Our news coverage takes time and effort to publish 365 days a year.

If you find our news sites informative and useful then please consider becoming a regular supporter or for now make a one off contribution.

SpaceDaily Contributor
$5 Billed Once


credit card or paypal
SpaceDaily Monthly Supporter
$5 Billed Monthly


paypal only

.


Related Links
Water News - Science, Technology and Politics






Comment on this article via your Facebook, Yahoo, AOL, Hotmail login.

Share this article via these popular social media networks
del.icio.usdel.icio.us DiggDigg RedditReddit GoogleGoogle

Previous Report
WATER WORLD
Thousands protest steel plant over Vietnam fish deaths
Hanoi (AFP) Oct 2, 2016
Thousands of Vietnamese protesters surrounded a Taiwanese steel plant Sunday, some scaling walls and holding signs demanding its closure, as anger flares against the firm for dumping toxic waste into the ocean killing tonnes of fish. Huge crowds on motorbike and foot gathered at the Formosa plant in central Ha Tinh province, with some holding signs saying: "Authorities, please close Formosa ... read more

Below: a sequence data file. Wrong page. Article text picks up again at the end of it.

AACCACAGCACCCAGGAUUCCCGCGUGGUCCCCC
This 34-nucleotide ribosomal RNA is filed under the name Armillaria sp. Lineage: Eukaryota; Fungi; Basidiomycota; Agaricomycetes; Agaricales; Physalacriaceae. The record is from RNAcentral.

WATER WORLD
Health workers, hospitals targeted in Syria war

1 dead, dozens missing after China landslides: reports

27 missing in E. China landslide: Xinhua

Santos, Timochenko: Colombia foes turned peacemakers

WATER WORLD
Indonesian scavengers scrape a living by recycling

Levitating nanoparticle improves torque sensing in quest for quantum theory fundamentals

Apple teams with Deloitte to push deeper into work

Use of 'large open-ended pipe piles' could lead to lower-cost bridge construction

WATER WORLD
'Marine snow' drifts buoy life on ocean floor

Sharks: feared predator in need of protection

Deep-sea creatures are eating microplastics, new evidence confirms

Scientists in New Caledonia hope for best after coral bleaching

WATER WORLD
Northern Lights trump street lights in Iceland

Global cooling yielded modern ecosystems 7 million years ago

Arctic Sea Ice Annual Minimum ties second lowest on record

Land-based food not nutritionally sufficient for wild polar bears

WATER WORLD
Chinese giant turns to France to meet soaring demand for baby formula